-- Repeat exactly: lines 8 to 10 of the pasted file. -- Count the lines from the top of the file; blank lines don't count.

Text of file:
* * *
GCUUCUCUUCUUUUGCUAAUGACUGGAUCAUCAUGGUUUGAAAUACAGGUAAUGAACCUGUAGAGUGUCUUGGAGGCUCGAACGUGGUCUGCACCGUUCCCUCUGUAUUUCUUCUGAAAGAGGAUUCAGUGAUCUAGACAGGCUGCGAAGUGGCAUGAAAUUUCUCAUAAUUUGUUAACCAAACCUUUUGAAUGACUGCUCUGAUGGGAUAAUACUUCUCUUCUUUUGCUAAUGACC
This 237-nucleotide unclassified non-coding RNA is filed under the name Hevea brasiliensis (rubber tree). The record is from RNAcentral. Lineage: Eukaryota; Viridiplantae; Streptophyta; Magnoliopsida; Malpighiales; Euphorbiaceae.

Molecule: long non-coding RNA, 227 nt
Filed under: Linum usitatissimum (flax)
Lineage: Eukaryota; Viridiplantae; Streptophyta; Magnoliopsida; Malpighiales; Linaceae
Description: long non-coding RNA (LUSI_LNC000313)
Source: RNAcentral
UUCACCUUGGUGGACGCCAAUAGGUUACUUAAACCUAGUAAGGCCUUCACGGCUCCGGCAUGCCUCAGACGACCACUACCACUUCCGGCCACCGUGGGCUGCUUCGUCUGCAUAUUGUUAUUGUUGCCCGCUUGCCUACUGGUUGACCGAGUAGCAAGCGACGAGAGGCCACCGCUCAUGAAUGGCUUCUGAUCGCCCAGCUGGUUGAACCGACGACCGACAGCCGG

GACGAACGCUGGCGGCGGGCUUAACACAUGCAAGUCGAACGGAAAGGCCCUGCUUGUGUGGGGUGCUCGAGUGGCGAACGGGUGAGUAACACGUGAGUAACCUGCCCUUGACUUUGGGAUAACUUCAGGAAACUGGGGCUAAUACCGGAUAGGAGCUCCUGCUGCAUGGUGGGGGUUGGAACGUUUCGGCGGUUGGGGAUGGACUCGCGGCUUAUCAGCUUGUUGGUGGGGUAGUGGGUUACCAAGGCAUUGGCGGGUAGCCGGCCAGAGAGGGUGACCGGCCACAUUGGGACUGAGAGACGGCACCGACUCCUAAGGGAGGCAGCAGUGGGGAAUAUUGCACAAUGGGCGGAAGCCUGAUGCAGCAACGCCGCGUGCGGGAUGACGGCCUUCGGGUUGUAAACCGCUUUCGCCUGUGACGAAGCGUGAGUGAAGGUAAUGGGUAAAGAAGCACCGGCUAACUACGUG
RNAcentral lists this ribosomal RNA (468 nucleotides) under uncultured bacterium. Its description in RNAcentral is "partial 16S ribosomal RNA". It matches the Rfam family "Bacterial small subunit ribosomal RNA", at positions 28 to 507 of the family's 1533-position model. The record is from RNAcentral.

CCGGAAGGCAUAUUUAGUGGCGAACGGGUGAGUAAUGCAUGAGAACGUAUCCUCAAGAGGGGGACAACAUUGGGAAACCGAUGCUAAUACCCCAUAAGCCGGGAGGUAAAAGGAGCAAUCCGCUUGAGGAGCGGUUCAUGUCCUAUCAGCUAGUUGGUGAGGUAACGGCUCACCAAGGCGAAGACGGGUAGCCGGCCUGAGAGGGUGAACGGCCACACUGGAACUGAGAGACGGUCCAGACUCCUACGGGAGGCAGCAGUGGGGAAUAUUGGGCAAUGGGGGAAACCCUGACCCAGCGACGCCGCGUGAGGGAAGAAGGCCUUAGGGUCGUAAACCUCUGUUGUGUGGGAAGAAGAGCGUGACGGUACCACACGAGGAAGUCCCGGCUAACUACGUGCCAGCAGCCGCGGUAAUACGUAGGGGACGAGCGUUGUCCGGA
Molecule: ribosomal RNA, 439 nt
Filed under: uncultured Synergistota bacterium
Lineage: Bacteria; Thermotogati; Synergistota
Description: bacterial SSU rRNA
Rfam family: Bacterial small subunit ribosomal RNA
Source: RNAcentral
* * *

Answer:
UUCACCUUGGUGGACGCCAAUAGGUUACUUAAACCUAGUAAGGCCUUCACGGCUCCGGCAUGCCUCAGACGACCACUACCACUUCCGGCCACCGUGGGCUGCUUCGUCUGCAUAUUGUUAUUGUUGCCCGCUUGCCUACUGGUUGACCGAGUAGCAAGCGACGAGAGGCCACCGCUCAUGAAUGGCUUCUGAUCGCCCAGCUGGUUGAACCGACGACCGACAGCCGG

GACGAACGCUGGCGGCGGGCUUAACACAUGCAAGUCGAACGGAAAGGCCCUGCUUGUGUGGGGUGCUCGAGUGGCGAACGGGUGAGUAACACGUGAGUAACCUGCCCUUGACUUUGGGAUAACUUCAGGAAACUGGGGCUAAUACCGGAUAGGAGCUCCUGCUGCAUGGUGGGGGUUGGAACGUUUCGGCGGUUGGGGAUGGACUCGCGGCUUAUCAGCUUGUUGGUGGGGUAGUGGGUUACCAAGGCAUUGGCGGGUAGCCGGCCAGAGAGGGUGACCGGCCACAUUGGGACUGAGAGACGGCACCGACUCCUAAGGGAGGCAGCAGUGGGGAAUAUUGCACAAUGGGCGGAAGCCUGAUGCAGCAACGCCGCGUGCGGGAUGACGGCCUUCGGGUUGUAAACCGCUUUCGCCUGUGACGAAGCGUGAGUGAAGGUAAUGGGUAAAGAAGCACCGGCUAACUACGUG
RNAcentral lists this ribosomal RNA (468 nucleotides) under uncultured bacterium. Its description in RNAcentral is "partial 16S ribosomal RNA". It matches the Rfam family "Bacterial small subunit ribosomal RNA", at positions 28 to 507 of the family's 1533-position model. The record is from RNAcentral.